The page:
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Examples of behaviors commonly associated with rape culture include victim blaming, sexual objectification, trivializing rape, denial of widespread rape, or refusing to acknowledge the harm of certain forms of sexual violence that do not conform to certain stereotypes of stranger or violent rape. Rape culture has been used to model behavior within social groups, including prison rape and conflict areas where war rape is used as psychological warfare. Entire countries have also been alleged to be rape cultures.
Although the concept of rape culture is used in feminist academia, there is disagreement over what defines a rape culture and to what degree a given society meets the criteria to be considered a rape culture.
Rape culture has been observed to correlate with other social factors and behaviors. Research identifies correlation between rape myths, victim blaming and trivialization of rape with increased incidence of racism, homophobia, ageism, classism, religious intolerance, and other forms of discrimination.
Origins and usage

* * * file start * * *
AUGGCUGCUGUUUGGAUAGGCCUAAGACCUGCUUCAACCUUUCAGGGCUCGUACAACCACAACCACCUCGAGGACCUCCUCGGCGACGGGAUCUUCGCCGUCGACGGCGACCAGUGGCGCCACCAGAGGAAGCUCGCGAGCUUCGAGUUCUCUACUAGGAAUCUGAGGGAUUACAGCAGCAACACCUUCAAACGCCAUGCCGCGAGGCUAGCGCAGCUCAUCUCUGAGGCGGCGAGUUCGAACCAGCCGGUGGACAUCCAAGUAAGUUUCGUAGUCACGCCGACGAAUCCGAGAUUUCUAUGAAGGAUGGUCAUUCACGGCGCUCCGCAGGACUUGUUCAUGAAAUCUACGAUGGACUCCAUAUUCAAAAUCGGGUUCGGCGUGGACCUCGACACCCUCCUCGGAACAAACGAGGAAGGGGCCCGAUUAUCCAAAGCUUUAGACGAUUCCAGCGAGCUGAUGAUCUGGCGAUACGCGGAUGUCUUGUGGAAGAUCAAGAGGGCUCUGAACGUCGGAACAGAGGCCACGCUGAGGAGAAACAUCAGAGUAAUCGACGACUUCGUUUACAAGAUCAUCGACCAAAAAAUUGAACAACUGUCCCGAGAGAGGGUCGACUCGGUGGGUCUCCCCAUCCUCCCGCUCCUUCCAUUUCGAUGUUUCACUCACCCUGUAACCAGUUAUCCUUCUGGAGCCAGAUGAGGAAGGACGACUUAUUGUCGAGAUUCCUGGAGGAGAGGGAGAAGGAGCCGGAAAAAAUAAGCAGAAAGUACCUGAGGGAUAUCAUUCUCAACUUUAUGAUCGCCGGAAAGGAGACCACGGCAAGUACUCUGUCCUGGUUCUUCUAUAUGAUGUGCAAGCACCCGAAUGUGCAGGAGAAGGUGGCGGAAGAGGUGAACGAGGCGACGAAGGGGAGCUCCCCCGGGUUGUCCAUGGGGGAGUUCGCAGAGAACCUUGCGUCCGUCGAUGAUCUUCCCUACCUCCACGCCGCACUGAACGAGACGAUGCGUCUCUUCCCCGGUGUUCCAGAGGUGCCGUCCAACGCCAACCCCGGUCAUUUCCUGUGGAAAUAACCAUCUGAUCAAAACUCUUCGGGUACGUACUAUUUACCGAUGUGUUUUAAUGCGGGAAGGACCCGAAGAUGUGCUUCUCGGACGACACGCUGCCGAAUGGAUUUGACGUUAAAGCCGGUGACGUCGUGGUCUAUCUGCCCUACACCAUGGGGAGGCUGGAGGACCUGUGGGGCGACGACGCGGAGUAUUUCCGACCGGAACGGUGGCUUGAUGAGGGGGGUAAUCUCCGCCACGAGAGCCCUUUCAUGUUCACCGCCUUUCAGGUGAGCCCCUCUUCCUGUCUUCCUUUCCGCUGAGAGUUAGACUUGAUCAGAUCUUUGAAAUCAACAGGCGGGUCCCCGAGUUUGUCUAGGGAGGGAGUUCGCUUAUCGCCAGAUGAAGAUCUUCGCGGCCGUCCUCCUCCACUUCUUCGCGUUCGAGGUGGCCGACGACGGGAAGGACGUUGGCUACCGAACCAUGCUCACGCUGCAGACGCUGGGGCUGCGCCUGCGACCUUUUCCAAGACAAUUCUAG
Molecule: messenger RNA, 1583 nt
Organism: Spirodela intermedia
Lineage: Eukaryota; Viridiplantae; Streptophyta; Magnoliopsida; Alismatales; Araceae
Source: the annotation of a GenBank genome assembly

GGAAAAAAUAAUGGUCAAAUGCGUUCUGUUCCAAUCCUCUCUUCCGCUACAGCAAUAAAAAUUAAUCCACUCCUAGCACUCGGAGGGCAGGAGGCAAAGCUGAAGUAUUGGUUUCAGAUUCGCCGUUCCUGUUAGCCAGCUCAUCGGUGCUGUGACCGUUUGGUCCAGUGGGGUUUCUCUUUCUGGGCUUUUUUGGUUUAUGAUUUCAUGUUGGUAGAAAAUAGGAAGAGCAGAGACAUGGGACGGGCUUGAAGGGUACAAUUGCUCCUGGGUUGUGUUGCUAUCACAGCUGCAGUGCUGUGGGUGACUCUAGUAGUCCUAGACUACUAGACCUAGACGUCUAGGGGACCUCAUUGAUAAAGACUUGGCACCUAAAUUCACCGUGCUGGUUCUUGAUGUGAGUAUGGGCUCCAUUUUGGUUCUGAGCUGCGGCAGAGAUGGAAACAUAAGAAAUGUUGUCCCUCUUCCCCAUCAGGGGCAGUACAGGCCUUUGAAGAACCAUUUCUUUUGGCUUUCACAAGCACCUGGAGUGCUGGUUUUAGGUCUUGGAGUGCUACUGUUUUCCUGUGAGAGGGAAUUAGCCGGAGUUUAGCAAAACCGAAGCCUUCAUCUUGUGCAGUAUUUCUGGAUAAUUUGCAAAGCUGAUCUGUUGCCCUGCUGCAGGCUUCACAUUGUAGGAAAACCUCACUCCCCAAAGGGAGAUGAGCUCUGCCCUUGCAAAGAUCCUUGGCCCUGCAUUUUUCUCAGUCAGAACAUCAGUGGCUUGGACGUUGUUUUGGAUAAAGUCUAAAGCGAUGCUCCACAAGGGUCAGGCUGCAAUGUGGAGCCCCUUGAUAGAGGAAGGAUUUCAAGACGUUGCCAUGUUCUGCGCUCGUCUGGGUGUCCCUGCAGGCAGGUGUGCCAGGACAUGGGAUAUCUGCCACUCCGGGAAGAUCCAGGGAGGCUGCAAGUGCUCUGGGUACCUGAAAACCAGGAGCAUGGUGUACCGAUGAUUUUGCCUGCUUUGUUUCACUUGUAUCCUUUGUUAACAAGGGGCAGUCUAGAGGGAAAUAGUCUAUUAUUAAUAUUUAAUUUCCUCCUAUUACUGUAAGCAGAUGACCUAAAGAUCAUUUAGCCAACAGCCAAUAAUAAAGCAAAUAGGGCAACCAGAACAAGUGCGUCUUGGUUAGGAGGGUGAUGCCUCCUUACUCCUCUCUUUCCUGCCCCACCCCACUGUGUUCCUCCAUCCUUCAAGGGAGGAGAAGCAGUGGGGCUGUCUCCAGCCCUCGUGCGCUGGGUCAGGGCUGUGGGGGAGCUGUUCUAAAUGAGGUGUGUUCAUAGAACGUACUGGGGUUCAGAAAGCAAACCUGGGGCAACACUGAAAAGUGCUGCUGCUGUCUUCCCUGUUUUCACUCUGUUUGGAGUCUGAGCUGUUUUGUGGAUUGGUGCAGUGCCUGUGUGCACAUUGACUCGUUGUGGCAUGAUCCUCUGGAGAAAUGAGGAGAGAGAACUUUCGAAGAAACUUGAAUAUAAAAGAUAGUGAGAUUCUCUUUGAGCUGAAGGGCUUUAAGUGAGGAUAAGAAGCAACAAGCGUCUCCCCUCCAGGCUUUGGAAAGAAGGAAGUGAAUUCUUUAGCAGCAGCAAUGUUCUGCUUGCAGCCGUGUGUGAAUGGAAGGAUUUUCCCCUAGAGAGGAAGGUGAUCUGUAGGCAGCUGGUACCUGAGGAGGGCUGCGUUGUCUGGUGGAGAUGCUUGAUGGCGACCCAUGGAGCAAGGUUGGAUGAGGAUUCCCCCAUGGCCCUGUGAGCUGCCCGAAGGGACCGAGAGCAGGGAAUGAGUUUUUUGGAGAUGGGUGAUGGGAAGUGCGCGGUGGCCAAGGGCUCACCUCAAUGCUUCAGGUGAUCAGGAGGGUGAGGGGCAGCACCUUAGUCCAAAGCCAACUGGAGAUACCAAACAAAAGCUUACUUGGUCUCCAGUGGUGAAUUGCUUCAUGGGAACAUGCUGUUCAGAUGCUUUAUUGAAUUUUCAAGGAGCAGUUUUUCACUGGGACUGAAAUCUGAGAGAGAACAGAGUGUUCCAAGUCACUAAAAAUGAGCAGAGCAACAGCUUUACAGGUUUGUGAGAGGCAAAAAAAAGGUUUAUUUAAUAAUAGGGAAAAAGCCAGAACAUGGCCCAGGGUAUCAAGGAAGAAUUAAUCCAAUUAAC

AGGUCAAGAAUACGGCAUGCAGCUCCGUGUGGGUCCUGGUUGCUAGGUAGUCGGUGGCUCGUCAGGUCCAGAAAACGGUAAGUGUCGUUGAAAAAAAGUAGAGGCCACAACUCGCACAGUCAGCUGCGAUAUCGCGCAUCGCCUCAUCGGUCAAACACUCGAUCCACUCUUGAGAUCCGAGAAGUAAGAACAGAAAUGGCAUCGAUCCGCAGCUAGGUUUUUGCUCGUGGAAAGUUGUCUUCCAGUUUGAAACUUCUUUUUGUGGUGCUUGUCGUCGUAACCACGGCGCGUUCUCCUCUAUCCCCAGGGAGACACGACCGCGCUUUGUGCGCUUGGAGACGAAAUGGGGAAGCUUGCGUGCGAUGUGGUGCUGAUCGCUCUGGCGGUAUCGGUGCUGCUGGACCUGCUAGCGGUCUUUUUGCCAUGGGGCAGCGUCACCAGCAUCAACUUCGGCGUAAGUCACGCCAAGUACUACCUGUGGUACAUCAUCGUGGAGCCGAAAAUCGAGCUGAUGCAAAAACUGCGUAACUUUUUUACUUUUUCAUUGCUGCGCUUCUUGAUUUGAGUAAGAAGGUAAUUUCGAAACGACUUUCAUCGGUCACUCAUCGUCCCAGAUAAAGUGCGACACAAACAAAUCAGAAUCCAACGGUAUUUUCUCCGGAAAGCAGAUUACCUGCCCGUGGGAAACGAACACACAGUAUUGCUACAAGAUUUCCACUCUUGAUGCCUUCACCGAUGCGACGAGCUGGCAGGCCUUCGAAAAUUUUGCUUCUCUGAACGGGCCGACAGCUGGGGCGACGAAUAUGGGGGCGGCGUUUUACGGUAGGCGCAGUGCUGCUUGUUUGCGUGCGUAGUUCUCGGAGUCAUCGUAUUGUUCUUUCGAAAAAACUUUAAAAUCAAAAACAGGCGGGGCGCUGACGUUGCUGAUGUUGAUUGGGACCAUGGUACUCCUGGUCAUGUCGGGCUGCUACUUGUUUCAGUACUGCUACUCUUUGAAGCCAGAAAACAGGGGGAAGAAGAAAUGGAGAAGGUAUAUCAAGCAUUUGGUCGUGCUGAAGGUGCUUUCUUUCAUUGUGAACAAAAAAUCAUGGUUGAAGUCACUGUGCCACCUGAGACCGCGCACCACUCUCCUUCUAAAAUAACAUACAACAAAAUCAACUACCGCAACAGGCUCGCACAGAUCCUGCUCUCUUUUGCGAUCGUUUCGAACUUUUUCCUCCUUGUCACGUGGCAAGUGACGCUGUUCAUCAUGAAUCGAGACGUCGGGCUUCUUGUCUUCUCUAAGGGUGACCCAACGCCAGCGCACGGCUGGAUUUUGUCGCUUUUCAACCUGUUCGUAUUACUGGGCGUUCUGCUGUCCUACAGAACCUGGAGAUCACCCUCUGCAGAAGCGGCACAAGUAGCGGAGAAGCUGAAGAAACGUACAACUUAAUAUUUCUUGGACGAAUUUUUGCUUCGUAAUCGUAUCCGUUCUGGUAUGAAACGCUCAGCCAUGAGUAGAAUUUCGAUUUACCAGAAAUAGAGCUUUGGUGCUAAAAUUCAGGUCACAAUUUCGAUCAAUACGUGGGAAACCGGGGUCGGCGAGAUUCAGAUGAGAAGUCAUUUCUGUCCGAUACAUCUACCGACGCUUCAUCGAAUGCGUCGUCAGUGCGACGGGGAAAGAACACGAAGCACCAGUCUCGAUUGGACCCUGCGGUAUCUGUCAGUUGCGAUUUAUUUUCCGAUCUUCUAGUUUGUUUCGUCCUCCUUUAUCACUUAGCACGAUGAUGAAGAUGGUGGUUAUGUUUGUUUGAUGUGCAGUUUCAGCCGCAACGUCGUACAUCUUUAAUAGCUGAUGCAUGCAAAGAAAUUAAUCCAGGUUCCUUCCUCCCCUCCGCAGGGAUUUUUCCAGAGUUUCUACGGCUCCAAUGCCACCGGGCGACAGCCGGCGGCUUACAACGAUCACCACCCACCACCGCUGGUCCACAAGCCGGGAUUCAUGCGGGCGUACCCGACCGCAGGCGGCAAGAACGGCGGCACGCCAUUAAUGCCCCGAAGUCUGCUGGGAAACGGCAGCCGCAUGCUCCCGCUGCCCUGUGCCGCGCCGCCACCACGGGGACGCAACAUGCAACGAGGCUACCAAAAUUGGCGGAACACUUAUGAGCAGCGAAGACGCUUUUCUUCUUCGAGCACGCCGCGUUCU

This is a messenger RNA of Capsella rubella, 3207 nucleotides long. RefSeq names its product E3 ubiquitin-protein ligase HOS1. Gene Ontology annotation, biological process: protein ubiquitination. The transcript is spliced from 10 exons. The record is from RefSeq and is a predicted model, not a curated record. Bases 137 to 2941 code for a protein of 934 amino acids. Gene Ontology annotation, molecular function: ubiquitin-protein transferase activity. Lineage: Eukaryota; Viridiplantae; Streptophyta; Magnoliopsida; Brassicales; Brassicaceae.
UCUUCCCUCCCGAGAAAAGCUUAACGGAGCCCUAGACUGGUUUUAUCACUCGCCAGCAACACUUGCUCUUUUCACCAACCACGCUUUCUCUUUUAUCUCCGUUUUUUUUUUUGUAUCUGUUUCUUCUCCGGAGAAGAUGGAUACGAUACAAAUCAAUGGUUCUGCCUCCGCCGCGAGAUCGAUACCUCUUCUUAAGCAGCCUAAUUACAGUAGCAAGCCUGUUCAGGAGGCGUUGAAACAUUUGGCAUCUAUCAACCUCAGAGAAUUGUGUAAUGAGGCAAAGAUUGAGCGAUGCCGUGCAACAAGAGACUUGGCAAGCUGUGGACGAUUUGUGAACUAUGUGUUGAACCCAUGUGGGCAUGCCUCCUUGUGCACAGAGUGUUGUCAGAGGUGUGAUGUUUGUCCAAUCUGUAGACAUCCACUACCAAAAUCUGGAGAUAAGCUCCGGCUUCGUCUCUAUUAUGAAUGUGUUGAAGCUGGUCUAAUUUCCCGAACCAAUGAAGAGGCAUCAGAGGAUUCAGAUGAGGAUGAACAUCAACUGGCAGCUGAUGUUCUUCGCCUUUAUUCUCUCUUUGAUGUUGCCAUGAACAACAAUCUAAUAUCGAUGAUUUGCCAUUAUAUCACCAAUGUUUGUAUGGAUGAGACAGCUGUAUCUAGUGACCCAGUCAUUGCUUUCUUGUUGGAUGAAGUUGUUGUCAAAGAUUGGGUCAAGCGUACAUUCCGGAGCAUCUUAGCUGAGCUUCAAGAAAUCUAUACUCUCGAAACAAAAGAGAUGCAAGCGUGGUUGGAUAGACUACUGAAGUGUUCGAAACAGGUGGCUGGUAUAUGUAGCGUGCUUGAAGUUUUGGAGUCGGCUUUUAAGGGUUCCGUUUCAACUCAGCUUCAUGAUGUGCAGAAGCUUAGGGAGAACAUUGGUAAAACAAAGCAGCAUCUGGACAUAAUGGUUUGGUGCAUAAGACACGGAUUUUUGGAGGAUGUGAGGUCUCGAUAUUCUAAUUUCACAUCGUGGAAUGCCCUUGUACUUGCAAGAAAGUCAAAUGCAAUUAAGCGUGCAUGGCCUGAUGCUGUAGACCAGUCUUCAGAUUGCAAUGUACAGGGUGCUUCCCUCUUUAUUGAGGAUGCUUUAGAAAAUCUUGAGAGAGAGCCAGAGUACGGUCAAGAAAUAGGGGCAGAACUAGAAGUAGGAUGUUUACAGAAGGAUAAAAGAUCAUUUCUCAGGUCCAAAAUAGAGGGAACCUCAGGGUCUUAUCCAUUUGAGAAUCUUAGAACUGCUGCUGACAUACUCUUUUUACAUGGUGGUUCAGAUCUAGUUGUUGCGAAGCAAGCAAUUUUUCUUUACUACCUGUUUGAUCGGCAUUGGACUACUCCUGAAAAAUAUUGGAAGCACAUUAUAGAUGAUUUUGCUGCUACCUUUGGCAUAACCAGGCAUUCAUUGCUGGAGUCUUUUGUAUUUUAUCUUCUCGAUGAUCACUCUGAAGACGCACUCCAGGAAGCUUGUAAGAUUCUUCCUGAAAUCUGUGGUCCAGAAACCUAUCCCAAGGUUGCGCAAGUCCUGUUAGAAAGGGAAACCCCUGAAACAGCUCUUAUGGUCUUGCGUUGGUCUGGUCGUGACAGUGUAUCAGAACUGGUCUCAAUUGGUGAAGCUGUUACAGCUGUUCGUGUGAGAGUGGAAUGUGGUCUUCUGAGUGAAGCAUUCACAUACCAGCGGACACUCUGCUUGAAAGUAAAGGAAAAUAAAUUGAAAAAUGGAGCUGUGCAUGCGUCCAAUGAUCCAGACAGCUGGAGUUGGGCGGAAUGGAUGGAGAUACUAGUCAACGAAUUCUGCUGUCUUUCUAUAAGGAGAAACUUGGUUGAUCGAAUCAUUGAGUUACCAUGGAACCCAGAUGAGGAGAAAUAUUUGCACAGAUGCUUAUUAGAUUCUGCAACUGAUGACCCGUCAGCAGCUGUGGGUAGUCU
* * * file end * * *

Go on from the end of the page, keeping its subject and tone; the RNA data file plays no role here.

During the 1970s, second-wave feminists had begun to engage in consciousness-raising efforts designed to educate the public about the prevalence of rape. Previously, according to Canadian psychology professor Alexandra Rutherford, most Americans assumed that rape, incest, and wife-beating rarely happened. The concept of rape culture posited that rape was common and normal in American culture, and that it is simply one extreme manifestation of pervasive societal misogyny and sexism.
The first published use of the term appears to have been in 1974 in Rape: The First Sourcebook for Women, edited by Noreen Connell and Cassandra Wilson for the New York Radical Feminists. This book, along with Susan Brownmiller's 1975 Against Our Will: Men, Women, and Rape, was among the earliest to include first-person accounts of rape, and aimed to make the case that rape was much more common than previously believed. In the book, the group stated that "our ultimate goal is to eliminate rape and that goal cannot be achieved without a revolutionary transformation of our society."